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Originally Published: January 24, 2018 5:55 a.m.
PHOENIX — State lawmakers begin working today (eds: tuesday) on a bipartisan plan state officials hope will make a significant dent in opioid addiction, abuse and deaths in Arizona.
“In 2016, more than two Arizonans died each day due to an opioid overdose,’’ Dr. Cara Christ, the state’s health director, said at a ceremony where Gov. Doug Ducey signed a proclamation for a special legislative session to deal with the issue.
“Since 2012, we’ve seen an increase of 74 percent in opiod-related deaths,’’ she continued. “Drug overdoses kill more Arizonans than car accidents.’’
The proposal contains money designed to help provide treatment for those who are addicted. The state already does some of that through its Medicaid program. This package contains $10 million for those whose income leaves them unqualified for that.
But the governor said the measure also has a strong element designed to prevent addiction in the first place. That’s built around a five-day limit on how much opioids that doctors can prescribe to patients who have not been on the drug for at least 60 days.
“You’re talking about really taking advantage of the data and facts that we understand how someone gets addicted,’’ he said.
“When it goes past five days or six days, that’s when the incidence of addiction skyrocket,’’ Ducey continued. “So the objective here was not only to treat people that are suffering addiction so that they can get off it but to prevent future addictions and overdoses from happening.’’
But he said the legislation should not harm others.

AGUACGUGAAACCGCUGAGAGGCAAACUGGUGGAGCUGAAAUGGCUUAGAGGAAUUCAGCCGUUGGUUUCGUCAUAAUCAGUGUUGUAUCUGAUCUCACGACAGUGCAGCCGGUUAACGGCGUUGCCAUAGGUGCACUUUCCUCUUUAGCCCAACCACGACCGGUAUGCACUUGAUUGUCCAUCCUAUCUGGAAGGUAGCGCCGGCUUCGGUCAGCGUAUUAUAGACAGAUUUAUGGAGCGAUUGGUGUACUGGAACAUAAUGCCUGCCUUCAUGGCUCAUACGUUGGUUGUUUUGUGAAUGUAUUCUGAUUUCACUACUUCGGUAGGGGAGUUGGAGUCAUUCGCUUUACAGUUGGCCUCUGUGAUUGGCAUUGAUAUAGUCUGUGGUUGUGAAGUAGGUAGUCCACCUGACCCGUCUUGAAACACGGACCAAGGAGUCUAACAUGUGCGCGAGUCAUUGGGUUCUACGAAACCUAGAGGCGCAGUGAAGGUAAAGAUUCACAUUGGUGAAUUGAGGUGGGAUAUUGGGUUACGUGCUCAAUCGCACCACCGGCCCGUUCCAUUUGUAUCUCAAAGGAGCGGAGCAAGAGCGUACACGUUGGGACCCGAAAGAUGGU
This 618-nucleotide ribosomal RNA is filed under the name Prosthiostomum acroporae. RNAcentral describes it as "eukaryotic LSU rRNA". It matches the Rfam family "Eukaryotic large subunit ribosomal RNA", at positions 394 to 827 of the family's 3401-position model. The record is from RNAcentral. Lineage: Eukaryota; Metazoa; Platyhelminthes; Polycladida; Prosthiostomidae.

“People that have chronic pain, people that are suffering from chronic pain and are already benefitting from these miracle drugs, there will be no change for them,’’ he said.
The governor called the measure “the most aggressive piece of public policy, the most thorough and thoughtful piece of public policy that’s been introduced in years.’’
Legislative Democrats are willing to go along, especially once they got that $10 million for addiction treatment. But they don’t see this as a cure all.
“It’s a thoughtful and thorough first step,’’ said Senate Minority Leader Katie Hobbs. “We won’t win this battle in one year.’’
State lawmakers actually already are in session. And there is no legal reason why the pieces of the proposal cannot be added to the regular legislative agenda.
But by calling a concurrent special session, Ducey sets the stage to go from proposal to finished law in three days.
“This is not being rushed through at all,’’ the governor told reporters after the ceremony. He said the measure has been in the works since September, with input from members of the medical community, law enforcement, addiction experts.
“And now it will be debated in the light of day in both of our chambers,’’ Ducey said.
“We needed urgency and focus on this issue, which is a crisis in our state,’’ he explained. “It called for a special session.’’
But what it also does is shorten the amount of time for people to read and scrutinize the final legislation — it was still not printed as of Monday afternoon — and be able to seek changes.
There are some potential flash points.
For example, the proclamation for the session says there will be new enforcement procedures to go after doctors who overprescribe not just opioids but other similar drugs. That could raise questions from doctors who specialize in pain management.